CA Earned Sick Day Policy – 2014

Additionally, as a critical and emerging issue impacting migration and low-wage workers first and most, ICWJ collaborates with partner organizations to address climate and environmental justice. ICWJ weaves together resources, such as space and connections to make events happen successfully and impactfully; and conducts advocacy in Sacramento and Washington D.C.

Finally, ICWJ has devoted policy resources to abolishing modern day slavery or the trafficking of workers using two parallel strategies. First, ICWJ uses community organizing strategies and tools to mobilize diverse faith communities to interrupt worker enslavement by bringing it out of the shadows and providing concrete pathways for reporting on behalf of, supporting, and sheltering enslaved workers. Clergy, lay leaders and congregants are among those most likely to encounter enslaved workers, particularly in insular immigrant communities with an extreme distrust of governmental agencies. Second, ICWJ is a critical voice at the table when well-intentioned law enforcement officials, community-based agencies, health care providers, transportation agencies, and other stakeholders attempt to develop and provide services to marginalized, fearful, and isolated immigrant worker communities. ICWJ is the single organization in the region that has established relationships with diverse immigrant faith communities and with law enforcement entities, and that is able to bridge the trust, communication, cultural competency and respect gap between those who need assistance and those that have services to offer. Therefore, ICWJ acts as that trusted cultural broker, bringing to bear the skills and relationships developed over the past decade and more, in order to provide activism on behalf of marginalized workers to abolish human trafficking.

Population(s) Served

Every year, millions of workers have billions of dollars of wages stolen every year, mostly taken by employers who do not pay them for overtime that they are legally owed, insist that they work before clocking in and after clocking out, deny breaks and more. Targets are low-wage, immigrant workers who fear job loss, retaliation and, in some cases, deportation if they insist on fair payment. A powerful response to this is the Fair Work, Fair Wages campaign that is being implemented in a new partnership with the CA Department of Labor, which reached out to the ICWJ, seeking a potent community partner to help them identify and respond to the complex web of wage theft issues affecting low-wage workers and young workers across ethnicities and regardless of immigration status. The work of ICWJ is to educate and to assist with remediation of the broad set of issues included under the umbrella of wage theft. The support of ICWJ and faith partners will be critical to supporting workers to overcome their fear of reprisal and job loss.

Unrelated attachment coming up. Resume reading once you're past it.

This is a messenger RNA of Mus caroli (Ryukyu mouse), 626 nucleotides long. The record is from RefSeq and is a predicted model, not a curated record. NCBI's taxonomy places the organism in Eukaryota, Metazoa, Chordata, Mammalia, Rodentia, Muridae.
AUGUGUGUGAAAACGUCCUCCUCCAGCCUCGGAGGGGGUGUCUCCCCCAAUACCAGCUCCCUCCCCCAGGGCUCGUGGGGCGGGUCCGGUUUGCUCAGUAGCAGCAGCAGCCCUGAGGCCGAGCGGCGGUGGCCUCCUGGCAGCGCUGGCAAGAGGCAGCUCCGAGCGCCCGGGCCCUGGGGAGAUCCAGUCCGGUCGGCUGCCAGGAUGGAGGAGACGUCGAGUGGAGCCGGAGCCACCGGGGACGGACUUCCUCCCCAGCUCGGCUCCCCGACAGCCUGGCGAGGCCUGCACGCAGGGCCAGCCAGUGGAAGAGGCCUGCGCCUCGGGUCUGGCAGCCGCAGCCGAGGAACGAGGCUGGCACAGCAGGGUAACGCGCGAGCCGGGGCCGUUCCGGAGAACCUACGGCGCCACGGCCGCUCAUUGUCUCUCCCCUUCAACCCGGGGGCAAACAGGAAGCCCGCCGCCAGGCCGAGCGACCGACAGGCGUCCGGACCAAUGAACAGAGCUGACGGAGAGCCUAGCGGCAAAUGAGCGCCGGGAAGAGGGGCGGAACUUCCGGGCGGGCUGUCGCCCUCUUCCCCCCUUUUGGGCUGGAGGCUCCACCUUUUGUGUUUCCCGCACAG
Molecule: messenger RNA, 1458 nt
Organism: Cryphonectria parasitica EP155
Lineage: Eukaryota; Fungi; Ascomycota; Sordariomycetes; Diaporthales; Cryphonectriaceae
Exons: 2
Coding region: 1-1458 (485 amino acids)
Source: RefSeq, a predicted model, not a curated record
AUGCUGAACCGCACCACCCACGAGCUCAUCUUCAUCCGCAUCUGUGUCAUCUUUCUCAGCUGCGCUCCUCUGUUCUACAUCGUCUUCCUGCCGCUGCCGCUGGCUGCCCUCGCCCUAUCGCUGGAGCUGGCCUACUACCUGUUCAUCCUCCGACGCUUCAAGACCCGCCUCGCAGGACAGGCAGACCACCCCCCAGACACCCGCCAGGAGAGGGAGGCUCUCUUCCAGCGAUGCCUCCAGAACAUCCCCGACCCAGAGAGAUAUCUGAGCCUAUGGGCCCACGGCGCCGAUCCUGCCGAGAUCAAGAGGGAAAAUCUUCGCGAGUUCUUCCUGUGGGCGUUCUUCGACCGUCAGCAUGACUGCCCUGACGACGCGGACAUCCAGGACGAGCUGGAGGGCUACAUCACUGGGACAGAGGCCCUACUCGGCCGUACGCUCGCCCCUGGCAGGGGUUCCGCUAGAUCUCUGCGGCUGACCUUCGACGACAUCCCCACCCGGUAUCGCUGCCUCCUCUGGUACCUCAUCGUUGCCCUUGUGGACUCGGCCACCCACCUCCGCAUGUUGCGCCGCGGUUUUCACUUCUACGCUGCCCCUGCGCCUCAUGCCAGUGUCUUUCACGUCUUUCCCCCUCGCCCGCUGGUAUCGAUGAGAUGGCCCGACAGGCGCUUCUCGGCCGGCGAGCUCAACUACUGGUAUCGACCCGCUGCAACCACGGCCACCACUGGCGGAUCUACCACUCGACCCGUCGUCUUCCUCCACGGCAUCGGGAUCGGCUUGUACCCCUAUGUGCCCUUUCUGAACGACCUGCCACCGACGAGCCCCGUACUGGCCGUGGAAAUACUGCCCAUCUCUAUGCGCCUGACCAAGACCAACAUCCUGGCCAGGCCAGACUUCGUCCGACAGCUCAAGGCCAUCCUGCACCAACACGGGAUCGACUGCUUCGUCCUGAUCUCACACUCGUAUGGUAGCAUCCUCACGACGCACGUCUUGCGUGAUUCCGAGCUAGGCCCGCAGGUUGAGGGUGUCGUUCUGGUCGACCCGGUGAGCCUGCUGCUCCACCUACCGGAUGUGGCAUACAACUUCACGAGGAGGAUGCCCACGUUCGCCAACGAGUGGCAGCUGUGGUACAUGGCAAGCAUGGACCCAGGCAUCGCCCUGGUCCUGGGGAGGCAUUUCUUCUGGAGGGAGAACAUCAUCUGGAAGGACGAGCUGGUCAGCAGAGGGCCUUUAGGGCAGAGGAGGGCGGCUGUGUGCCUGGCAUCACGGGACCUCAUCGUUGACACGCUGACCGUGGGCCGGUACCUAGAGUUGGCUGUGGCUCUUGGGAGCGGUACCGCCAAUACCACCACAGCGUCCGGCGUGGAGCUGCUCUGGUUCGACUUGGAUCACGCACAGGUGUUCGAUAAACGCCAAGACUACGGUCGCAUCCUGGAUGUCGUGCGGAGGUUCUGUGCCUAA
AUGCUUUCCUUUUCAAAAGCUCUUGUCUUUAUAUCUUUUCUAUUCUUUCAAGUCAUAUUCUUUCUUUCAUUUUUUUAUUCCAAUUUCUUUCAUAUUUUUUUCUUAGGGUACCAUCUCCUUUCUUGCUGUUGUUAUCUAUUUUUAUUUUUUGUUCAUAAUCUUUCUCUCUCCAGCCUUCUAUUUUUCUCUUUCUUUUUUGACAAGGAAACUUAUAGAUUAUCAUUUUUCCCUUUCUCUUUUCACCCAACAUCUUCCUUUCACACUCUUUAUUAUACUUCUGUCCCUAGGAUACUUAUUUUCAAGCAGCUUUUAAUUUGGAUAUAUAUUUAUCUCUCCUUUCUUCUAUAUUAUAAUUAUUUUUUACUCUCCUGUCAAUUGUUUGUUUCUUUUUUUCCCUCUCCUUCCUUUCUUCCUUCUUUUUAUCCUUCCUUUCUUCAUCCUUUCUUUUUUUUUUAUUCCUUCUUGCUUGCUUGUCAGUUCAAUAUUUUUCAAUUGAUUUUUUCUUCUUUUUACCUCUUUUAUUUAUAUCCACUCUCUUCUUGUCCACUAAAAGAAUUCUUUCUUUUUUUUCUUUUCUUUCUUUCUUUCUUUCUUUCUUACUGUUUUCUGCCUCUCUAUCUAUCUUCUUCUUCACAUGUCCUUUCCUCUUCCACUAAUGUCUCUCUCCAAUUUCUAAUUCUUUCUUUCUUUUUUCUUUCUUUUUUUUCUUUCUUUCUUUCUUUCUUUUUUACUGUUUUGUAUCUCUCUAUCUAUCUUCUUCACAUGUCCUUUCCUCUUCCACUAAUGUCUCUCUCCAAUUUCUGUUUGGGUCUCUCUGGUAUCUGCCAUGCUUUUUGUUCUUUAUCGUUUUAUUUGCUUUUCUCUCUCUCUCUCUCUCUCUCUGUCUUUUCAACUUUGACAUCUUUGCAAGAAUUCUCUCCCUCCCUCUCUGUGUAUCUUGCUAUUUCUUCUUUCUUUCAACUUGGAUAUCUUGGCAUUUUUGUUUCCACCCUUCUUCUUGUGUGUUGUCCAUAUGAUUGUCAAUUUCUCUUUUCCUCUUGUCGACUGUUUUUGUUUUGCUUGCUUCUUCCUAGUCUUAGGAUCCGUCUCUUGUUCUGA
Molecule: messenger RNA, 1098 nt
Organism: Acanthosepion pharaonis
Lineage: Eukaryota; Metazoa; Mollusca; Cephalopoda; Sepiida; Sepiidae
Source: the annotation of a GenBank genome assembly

Population(s) Served

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The people, governance practices, and partners that make the organization tick.


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Board of directors
as of 04/29/2019
SOURCE: Self-reported by organization
Board chair

Reverend Dr. Beth Johnson

Palomar Unitarian Universalist Fellowship

Term: 2010 - 2018

Justine Church

Medical Mission Sisters

Gerald A. Brown

United African American Ministerial Action Council

Shai Cherry

Shaar Hamayim: A Jewish Learning Center

Claire Crawford

Center on Policy Initiatives

Jamie Gates

Point Loma Nazarene University, Center for Justice & Reconciliation

John Greene

St. Paul United Methodist Church

Sara Haldeman-Scarr

San Diego First Church of the Brethren

Imam Taha Hassane

Islamic Center of San Diego

J. Lee Hill

Christian Fellowship Congregational Church

Ikenna Kokayi

Christ Church San Diego

Tommie Jennings

Christ the King Catholic Church

Kelly Mayhew

San Diego City College Labor Studies Program

Yooshim MIchelle Park

Trinity United Methodist Church

Kent Peters

Office for Social Ministry, San Diego Catholic Diocese

Christian Ramirez

Alliance San Diego

Wayne Riggs

Plymouth Congregational Church

Board leadership practices

SOURCE: Self-reported by organization

GuideStar worked with BoardSource, the national leader in nonprofit board leadership and governance, to create this section.

  • Ethics and transparency
    Have the board and senior staff reviewed the conflict-of-interest policy and completed and signed disclosure statements in the past year? Yes
  • Board composition
    Does the board ensure an inclusive board member recruitment process that results in diversity of thought and leadership? Yes